Monday, December 19, 2005

Intelligent Designers Retreat!

Intelligent design as a political program for sneaking the teaching of religion into science classrooms is in big trouble, and is on the verge of having to retrench. My evidence? Today’s Chicago Tribune column by the conservative Dennis Byrne. Byrne is clearly sympathetic to intelligent design, and spends much of his column defending it and criticizing the arrogance of secularists and scientists regarding “the Big Question: How did we get here, and why?”

But here’s what Bryne has to say when he comes to the big political question of the day – should intelligent design be taught alongside evolution in science classrooms?


The reality today is that when theology, philosophy or religion dares to examine the Big Question, its practitioners find themselves increasingly bumping heads with scientific claims of exclusive competence. This is wrong. Neither science nor theology has the right to tell the other to butt out of this quest. In this, no one has the right to demand that the study of intelligent design be kept out of schools. Out of the science class, perhaps, but not out of all classrooms.
So Byrne seems to be conceding that scientists should decide what gets taught in science class, and scientists overwhelmingly reject intelligent design as an unscientific theory.

Where then, according to Byrne, should intelligent design be taught? He doesn’t directly say, but since he refers to the contributions that philosophy, theology, and religion can make towards answering “the Big Question.” So I assume he supports the teaching of intelligent design in philosophy, theology and religion classes. Since all high school students take biology, but relatively few take philosophy, theology, or religion, I would consider this a major scaling back of the education agenda for intelligent design.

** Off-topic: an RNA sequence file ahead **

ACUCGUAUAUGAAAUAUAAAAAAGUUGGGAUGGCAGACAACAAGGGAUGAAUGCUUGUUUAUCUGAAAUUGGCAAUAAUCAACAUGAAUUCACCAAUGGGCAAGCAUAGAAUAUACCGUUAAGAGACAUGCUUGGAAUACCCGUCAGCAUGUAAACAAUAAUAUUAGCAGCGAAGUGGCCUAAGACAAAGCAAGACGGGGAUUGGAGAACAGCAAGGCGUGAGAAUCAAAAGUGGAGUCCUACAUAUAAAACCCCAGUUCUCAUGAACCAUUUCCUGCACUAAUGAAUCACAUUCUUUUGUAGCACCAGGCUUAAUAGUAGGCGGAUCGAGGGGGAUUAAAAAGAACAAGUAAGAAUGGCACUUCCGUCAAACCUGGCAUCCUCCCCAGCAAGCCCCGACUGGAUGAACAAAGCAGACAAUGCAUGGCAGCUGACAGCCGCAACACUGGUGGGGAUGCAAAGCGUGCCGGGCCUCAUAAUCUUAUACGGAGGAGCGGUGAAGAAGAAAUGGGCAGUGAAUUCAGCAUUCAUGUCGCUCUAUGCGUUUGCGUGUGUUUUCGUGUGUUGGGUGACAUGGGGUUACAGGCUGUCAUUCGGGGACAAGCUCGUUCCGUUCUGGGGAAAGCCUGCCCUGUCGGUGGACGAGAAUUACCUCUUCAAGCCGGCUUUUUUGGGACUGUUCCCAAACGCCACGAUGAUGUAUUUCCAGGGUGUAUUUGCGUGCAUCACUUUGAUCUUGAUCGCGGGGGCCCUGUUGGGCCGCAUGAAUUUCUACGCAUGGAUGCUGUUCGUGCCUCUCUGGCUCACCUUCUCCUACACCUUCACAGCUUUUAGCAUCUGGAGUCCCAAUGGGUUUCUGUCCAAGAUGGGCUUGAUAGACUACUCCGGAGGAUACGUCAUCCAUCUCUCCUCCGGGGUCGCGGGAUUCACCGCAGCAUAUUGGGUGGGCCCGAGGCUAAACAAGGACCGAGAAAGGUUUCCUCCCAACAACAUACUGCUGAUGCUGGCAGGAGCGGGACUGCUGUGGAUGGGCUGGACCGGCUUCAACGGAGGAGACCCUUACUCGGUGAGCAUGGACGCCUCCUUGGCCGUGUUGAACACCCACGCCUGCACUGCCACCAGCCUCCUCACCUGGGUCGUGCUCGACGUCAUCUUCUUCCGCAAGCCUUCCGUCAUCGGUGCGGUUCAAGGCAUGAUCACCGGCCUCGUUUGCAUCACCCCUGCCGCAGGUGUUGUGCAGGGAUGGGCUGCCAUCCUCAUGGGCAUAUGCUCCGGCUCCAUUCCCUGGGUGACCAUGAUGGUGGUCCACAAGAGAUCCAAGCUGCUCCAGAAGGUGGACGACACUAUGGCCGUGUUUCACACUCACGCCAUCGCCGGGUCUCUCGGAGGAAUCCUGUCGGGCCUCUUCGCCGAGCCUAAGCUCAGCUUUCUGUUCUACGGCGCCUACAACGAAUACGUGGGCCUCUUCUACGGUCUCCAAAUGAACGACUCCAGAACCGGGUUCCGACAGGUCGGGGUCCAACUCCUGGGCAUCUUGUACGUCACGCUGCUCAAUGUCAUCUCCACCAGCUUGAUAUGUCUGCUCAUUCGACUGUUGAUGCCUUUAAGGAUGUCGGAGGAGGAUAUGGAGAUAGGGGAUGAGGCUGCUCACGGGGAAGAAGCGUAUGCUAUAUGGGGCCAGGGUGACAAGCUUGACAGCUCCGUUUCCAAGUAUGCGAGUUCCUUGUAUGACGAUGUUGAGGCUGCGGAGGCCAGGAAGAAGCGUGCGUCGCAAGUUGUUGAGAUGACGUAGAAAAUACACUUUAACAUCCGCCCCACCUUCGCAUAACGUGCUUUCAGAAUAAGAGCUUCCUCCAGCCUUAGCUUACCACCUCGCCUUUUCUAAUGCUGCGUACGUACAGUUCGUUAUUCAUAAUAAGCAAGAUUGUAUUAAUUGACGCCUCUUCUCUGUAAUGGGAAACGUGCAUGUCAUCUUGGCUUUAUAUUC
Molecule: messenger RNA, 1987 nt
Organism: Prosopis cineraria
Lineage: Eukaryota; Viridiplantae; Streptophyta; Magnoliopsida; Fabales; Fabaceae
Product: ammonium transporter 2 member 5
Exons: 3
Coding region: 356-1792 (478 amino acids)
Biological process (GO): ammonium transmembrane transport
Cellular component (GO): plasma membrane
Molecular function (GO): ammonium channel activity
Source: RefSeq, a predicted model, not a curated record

The next question to ask, now that it has been conceded that intelligent design doesn’t belong in the science classroom, is whether intelligent design is good philosophy, theology, or religion. Byrne says:
Philosophers and theologians may--must, actually--rigorously examine the scientific theory that random chance explains everything. A denial of that right and responsibility rises from the same spirit of arrogant certitude that haunted
Galileo.

It isn’t clear to me who Byrne thinks is denying philosophers and theologians the right to examine any question, so the comparison to the inquisition seems hysterical. By all means, examine away. But as philosophers and theologians examine this question, they should start by trying to understand the most rigorous work by scientists on this subject—and it isn’t by intelligent design proponents.
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